Archive for the ‘Federal’ Category

That’s right, for once we’ve got news of air travel becoming more convenient instead of less. This is thanks to a recent study conducted by the FAA into updating and changing their policies on passenger electronic devices. The study found that the electronic device policy, which has remained virtually unchanged since 1966, was out of date (real shocker there). When the policy was put in place, there were concerns that the electromagnetic field of an electronic device could interfere with the planes equipment, particularly navigation and communication gear. But this has proven to be a mostly unfounded concern. There are virtually zero instances of personal electronics affecting a plane (one o the only cases I could find was a few years ago when a traveler’s blackberry was picking up air traffic communications while on the runway, and the traveler’s cellphone was subsequently bought from him by the airline to figure out how that happened), and modern electronics operate with much less power and on much tighter frequencies than they did fifty years ago, and the airplanes themselves are much better shielded against any kinds of electromagnetic forces or radiation that could impact their functioning. So it seems that this was an overblown fear, one which we can finally move past.

In fact, the FAA study found that one in three travelers had flown and forgotten to turn off an electronic device on at least one occasion. So if your cellphone was going to make a plane fall out of the sky, it would have happened by now. And that got to the root concern of the FAA study, that the policy was not only outdated, but that it damaged the public perception and credibility of the FAA. This rule, one which has been the frequent butt of jokes and which no one has seemingly been able to come up with a good justification for, made the FAA look outdated and like they didn’t know how to keep up with the pace of technology. And while that may not seem like a serious concern on the surface, that is anything but the truth of the matter. The FAA is a safety organization, and a lack of confidence in their decision-making process and in their rules causes fewer people to adhere to them. In the case of the electronic device policy, this has led at worst to some highly publicized drama with celebrities (looking at you Alec Baldwin), but there are a lot of rules that if not followed can have deadly consequences, ones that may not seem apparent on the surface. That’s why it’s so important that the FAA maintain at least some semblance of credibility with the public, because as it stands they’d look like a joke if it weren’t for the TSA being there to make the FAA look smart by comparison.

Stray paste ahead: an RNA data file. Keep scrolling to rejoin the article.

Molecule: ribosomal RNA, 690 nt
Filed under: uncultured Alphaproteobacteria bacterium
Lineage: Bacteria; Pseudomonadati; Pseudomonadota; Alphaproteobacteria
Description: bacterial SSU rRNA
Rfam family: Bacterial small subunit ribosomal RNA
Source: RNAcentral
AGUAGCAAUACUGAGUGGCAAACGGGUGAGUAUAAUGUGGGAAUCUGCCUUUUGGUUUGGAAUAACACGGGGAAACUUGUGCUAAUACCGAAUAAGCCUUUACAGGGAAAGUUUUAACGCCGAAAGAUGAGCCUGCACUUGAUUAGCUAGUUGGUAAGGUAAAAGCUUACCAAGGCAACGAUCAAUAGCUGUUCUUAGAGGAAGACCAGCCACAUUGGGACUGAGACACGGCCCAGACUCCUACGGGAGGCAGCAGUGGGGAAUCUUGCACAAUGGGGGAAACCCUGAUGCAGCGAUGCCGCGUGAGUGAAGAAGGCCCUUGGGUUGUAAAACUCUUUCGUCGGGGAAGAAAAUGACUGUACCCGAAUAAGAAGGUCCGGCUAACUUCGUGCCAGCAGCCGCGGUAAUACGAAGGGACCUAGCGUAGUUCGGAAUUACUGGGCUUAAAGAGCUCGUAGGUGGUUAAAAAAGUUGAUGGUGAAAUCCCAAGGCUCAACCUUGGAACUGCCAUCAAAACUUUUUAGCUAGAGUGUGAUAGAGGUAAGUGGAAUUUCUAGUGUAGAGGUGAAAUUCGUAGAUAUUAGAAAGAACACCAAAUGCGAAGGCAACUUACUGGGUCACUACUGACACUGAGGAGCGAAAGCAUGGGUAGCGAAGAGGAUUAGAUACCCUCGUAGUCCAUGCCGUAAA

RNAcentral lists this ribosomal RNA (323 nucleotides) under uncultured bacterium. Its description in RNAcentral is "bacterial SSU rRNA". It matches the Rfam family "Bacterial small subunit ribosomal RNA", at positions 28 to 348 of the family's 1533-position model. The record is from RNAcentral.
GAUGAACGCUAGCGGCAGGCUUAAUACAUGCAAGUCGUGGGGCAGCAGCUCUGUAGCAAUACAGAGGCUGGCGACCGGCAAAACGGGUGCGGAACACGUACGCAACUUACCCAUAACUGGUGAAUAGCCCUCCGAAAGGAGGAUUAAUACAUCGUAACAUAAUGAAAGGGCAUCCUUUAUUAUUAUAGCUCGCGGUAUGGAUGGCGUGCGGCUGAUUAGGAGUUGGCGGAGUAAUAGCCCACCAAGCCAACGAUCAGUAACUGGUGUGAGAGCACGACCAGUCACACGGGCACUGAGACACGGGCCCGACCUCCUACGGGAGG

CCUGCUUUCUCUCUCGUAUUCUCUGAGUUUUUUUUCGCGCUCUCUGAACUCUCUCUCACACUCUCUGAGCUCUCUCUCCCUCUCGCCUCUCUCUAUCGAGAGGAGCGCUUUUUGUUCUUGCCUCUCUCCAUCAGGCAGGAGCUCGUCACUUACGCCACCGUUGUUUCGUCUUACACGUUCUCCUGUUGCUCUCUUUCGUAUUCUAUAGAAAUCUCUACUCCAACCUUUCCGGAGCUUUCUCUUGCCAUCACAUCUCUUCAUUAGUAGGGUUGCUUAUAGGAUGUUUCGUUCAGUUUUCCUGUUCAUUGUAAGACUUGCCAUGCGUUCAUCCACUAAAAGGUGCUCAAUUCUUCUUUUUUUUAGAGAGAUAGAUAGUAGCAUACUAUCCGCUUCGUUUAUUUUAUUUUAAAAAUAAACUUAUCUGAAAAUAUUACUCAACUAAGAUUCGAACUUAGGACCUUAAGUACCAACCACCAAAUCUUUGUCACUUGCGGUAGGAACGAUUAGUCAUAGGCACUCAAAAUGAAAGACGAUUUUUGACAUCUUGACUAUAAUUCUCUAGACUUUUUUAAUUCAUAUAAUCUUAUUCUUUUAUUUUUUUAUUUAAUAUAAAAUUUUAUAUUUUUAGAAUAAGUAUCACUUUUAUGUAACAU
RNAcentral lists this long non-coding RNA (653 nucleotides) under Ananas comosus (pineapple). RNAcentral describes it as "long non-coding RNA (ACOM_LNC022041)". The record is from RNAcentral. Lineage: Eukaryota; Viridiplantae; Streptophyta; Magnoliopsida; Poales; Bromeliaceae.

So what is the end result of this navel gazing by the FAA? Well, they will be changing the standards on electronic device use depending on the plane you are on. Some will be the same as now, the most out of date planes, and those will be few and far between. The bulk of flights will switch to allowing certain electronic devices to be used during taxiing and low altitude portions of the flight in addition to normal usage at cruising altitudes, and the final class of flight, the most modern aircraft, will allow full electronic device use. And the FAA says that there are plans to have 20,000 aircraft upgraded for full electronic device usage over the next few years.

There is one caveat to all of this though; cellphones aren’t part of the package. They are doing a separate study looking into cell phone usage and possible policy changes, but that one is much hairier and is going to take more time. Still, it’s hard to imagine that they won’t loosen restrictions at least somewhat for their use, and as soon as they do, you’ll hear about it here.


One of the most exciting new technologies that has been steadily gaining steam is 3D printing. Much like the advent of file sharing music and video files, it is a technology poised to completely upend the manufacturing industry as well as countless others as new uses for the technology are being discovered; NASA even recently did experiments with 3D printed pizzas! And with companies like Staples planning to offer cheap and accessible 3D printing, we will soon see people from all walks of life using the technology in innovative ways. One of those innovations occurred just this month, and already has been making waves: the first functioning 3D printable gun.